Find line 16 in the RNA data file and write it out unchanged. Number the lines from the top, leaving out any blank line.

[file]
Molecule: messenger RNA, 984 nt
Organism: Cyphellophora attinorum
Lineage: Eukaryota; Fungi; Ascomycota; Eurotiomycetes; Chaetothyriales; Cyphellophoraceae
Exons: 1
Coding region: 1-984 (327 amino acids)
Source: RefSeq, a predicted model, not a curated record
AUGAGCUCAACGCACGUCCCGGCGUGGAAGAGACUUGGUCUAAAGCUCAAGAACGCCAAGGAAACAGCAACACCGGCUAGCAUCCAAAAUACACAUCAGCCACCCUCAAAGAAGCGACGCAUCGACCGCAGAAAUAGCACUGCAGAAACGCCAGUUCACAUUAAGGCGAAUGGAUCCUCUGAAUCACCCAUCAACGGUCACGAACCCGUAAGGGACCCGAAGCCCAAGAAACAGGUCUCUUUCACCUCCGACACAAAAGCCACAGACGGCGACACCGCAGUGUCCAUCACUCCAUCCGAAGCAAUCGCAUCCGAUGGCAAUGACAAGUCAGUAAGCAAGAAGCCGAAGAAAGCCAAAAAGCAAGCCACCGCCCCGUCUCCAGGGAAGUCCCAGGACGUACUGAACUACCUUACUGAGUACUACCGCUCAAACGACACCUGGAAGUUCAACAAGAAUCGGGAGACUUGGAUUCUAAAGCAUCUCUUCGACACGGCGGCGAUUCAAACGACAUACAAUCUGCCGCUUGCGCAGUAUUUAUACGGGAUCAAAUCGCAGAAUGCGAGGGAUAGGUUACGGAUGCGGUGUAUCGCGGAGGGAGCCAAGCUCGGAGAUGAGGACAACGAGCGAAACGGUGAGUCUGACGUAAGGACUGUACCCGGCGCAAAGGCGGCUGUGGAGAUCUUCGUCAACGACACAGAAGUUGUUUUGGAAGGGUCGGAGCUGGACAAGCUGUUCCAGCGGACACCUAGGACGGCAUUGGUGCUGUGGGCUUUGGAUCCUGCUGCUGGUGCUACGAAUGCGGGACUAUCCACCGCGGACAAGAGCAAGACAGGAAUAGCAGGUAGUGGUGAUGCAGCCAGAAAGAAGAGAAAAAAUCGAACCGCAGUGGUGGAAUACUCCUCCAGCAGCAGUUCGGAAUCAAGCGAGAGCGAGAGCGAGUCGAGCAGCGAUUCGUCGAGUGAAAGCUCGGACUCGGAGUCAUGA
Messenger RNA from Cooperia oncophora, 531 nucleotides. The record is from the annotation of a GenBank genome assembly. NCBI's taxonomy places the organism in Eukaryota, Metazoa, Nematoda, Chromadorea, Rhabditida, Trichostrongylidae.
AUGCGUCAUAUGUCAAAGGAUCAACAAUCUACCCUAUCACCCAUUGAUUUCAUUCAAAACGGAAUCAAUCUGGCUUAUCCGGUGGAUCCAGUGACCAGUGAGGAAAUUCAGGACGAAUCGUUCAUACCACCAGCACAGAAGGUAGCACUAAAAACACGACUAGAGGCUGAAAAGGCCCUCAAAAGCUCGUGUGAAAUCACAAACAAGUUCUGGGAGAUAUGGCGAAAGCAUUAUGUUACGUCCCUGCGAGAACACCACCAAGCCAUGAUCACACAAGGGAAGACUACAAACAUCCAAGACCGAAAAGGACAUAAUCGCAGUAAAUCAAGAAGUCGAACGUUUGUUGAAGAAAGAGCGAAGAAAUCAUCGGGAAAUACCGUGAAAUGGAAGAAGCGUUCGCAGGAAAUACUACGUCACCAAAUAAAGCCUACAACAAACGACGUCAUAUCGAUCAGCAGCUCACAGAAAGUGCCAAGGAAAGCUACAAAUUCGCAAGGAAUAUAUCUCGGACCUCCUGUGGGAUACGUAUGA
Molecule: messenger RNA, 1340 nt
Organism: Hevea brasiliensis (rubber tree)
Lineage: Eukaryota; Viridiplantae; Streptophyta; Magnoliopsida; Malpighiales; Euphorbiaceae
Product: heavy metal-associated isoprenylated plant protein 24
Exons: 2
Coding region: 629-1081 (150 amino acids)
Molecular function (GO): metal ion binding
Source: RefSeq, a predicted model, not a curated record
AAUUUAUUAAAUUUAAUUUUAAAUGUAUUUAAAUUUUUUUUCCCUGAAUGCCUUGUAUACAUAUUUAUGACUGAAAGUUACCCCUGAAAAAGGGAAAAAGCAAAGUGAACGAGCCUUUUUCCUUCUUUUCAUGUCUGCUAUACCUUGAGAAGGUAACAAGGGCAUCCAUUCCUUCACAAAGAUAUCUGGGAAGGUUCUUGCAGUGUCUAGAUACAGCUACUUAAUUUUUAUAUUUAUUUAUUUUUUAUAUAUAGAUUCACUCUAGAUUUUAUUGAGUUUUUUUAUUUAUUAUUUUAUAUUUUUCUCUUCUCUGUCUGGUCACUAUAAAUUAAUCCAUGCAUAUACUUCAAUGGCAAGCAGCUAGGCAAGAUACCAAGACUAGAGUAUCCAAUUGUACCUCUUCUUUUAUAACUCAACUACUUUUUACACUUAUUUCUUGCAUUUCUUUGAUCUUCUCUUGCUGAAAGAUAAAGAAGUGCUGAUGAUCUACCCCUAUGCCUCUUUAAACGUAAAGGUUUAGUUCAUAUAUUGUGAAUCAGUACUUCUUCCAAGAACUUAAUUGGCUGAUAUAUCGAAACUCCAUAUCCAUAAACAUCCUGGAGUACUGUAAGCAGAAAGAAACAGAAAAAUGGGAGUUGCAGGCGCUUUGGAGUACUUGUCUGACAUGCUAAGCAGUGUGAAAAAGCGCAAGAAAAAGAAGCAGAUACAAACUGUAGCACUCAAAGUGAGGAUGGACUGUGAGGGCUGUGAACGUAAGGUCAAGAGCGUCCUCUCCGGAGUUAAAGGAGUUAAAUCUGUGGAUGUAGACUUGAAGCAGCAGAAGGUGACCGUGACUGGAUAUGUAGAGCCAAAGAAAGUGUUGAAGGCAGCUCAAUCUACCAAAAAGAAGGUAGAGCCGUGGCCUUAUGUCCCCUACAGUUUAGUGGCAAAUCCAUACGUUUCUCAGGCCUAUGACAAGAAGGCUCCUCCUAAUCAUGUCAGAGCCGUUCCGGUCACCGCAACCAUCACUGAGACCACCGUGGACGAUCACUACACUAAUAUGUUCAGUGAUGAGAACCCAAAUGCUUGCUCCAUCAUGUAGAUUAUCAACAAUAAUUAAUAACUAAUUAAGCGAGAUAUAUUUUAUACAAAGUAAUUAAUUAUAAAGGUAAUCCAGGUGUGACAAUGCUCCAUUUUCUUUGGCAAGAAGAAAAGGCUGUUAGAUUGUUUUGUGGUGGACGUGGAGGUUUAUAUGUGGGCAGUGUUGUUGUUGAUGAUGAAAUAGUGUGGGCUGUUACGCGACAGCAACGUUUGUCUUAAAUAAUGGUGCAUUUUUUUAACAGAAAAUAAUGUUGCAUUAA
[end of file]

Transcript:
Molecular function (GO): metal ion binding